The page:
D.I.Y. 8M-Bit (1MByte) SEGA GAME GEAR Flash Cartridge
512KB Cart 8M-Bit Cart Cart PCBs -=GG PCB=-
Below you will find links to a Zip archives which include my schematic design & PCB layout.
Time permitting I will update this section with a Proceadures PDF. I will also put together an Instructional video for you to follow. Currently with my college schedule, I just don't have the time.So hopefully after this semester finishes I will post that for you all. So check back from time to time.
Below is a recent Schematic that I designed for this 1MByte Flash cart using the 315-5912 Mapper. I will soon be etching a Prototype PCB of this. However the PCB Layout is still in the design phase.
A few revisions are still required for this Schematic, such as GND lines and PADs. However it is 95 % completed.
NOTE: This design has already been tested and works without any issues. So you can use this Schematic as your wiring reference and as long as you match the connections as shown here, your cartridge will work without question.
The Images below show the Interface Testing RIG I assembled while trying to map the proper Pinouts for the 8M-BIT Flash chip.
Now for this 1MByte version it is pretty straight forward. The first step is to simply de-solder the MASK ROM from an 8M-BIT Game Gear cartridge which has the 315-5912 Mapper chip. The cartirdge PCB is shown below. (SEGA Game Gear PCB Model # 171-7000A). The Schematic I posted above is essentially the Schematic diagram for the GG cartridge PCB shown below.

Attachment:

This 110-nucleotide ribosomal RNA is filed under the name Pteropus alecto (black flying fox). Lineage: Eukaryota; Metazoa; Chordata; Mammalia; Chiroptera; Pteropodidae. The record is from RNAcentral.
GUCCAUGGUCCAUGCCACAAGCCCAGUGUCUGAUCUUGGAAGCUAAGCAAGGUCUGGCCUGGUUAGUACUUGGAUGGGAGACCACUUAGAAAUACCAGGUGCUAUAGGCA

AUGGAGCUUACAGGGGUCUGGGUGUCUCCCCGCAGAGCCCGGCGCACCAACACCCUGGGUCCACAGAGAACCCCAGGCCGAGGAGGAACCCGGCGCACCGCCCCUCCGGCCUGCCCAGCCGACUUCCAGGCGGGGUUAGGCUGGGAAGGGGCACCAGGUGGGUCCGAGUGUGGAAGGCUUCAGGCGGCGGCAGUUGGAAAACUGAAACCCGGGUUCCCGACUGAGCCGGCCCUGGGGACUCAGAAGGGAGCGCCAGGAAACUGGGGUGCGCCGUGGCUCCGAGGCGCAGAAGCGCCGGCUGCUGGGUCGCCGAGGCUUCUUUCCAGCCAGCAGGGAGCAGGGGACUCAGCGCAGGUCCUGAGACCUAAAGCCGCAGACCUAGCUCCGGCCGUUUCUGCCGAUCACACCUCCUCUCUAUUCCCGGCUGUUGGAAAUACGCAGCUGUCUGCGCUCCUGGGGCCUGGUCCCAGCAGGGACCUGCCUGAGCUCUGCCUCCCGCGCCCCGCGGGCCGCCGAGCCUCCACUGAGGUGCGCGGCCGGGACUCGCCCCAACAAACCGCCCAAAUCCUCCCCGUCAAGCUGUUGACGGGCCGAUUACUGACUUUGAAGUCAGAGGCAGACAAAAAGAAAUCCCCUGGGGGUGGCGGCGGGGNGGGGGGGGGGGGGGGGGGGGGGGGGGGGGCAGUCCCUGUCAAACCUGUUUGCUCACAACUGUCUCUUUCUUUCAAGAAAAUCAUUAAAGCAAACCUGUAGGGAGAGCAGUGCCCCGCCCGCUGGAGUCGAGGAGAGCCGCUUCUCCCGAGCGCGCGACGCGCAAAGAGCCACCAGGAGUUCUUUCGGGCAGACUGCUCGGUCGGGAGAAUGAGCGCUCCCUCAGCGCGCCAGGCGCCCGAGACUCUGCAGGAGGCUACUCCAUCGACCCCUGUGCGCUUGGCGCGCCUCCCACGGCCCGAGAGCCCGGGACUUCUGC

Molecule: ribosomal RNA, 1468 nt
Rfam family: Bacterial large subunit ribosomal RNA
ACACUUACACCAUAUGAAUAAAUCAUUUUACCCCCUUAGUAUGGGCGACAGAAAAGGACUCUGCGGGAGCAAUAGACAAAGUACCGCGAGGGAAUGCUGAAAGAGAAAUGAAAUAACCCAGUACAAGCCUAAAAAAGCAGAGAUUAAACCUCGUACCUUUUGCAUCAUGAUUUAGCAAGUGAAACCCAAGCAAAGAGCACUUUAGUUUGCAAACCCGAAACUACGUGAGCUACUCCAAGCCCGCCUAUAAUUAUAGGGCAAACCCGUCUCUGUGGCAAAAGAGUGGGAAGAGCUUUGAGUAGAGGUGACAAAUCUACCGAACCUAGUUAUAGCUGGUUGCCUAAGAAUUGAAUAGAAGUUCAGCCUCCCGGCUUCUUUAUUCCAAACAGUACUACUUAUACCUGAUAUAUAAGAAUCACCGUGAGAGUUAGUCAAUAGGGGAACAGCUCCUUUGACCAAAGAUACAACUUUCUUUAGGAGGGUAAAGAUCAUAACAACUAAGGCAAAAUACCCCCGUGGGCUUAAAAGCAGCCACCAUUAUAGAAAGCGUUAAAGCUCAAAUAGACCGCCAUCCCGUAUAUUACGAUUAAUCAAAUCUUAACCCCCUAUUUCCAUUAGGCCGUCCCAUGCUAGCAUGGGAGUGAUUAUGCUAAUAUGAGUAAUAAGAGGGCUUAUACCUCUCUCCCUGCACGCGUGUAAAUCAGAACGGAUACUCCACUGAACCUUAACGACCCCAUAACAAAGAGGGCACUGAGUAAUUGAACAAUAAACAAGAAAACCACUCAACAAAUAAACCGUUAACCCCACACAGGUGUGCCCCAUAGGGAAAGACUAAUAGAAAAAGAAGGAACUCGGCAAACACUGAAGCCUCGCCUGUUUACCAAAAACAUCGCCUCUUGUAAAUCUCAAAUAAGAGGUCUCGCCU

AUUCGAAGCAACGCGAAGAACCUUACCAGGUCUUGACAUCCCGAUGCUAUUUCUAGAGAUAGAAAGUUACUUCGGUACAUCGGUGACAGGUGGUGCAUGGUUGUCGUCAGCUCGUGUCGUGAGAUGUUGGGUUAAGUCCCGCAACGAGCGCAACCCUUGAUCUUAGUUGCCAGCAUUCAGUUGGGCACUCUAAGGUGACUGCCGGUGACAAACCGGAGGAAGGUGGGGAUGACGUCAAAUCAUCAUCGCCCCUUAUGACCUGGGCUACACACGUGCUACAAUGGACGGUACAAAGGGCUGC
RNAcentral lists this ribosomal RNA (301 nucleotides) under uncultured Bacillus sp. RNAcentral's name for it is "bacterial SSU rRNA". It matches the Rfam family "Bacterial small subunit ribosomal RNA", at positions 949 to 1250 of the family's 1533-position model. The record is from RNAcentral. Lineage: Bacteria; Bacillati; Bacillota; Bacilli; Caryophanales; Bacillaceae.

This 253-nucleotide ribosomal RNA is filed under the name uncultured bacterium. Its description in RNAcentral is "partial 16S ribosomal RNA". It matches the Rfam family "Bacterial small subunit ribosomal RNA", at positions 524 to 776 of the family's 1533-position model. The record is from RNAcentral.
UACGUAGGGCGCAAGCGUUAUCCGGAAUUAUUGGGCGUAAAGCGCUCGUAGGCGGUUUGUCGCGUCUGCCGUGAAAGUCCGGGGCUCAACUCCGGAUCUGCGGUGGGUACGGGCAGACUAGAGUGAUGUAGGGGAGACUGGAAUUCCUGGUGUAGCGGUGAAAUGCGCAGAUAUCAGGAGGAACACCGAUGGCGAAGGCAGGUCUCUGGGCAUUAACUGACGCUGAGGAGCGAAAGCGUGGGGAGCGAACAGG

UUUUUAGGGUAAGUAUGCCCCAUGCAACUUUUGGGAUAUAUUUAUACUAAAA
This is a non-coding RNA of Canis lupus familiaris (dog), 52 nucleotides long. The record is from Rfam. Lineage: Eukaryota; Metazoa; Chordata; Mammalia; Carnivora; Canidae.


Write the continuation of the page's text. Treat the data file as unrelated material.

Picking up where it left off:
Other Game Gear Cartridges that use the 315-5912 Mapper chip and are of the same PCB design (Model #171-7000A), are shown below. You can also use these cartridges for this 1MByte Flash cart project.
- Garfield Caught in the Act & Virtua Fighter Animation.
- Sonic Blast & Jurassic Park - The Lost World
Import from JAPAN - Lunar Sanposuru Gakuen
After desoldering the Mask Rom, you are then left with a GG PCB as shown below:
You must then Interface an 8M-BIT Flash chip (such as the AMD "AM29F800BB") in place of the MASK ROM. As long as you match the pin connections form the Flash chip to the MASK ROM Contacts on the GG PCB, according to the provided pinout diagrams (Links Below); you will not have any problems.
**Refer to the Schematic diagram to verify your connections.**
AM29F800BB Flash Chip for SEGA
The main concern here will be your method used for programming the Flash chip. If you manage to purchase the required PSOP 44 Pin sockets for both your Willem Programmer and another to connect to your Cartridge PCB to accept the Programmed Flash chip, it will work just fine. Just remember that the pins on the PSOP type chips are very delicate and repetitive swapping may damage the pins if you are not careful.
Below is an Image of the PSOP 44 Socket Adapter for the Willem Universal Programmer that accommodates the AM29F800BB flash chip.
Shown below is my GG enclosure with the PSOP44 socket Adapter which makes it convenient for reprogramming.
The other alternative for programming your flash chip, is to build a custom programmer or a custom interface cable to connect to your Willem programmer. You can then have the PSOP Flash chip embedded inside the GG cartridge permanently and program it through the cable interface. But again as I mentioned earlier, this is another project on it's own and will not be discussed here.
Good Luck with all your Flash cart Projects Everyone!!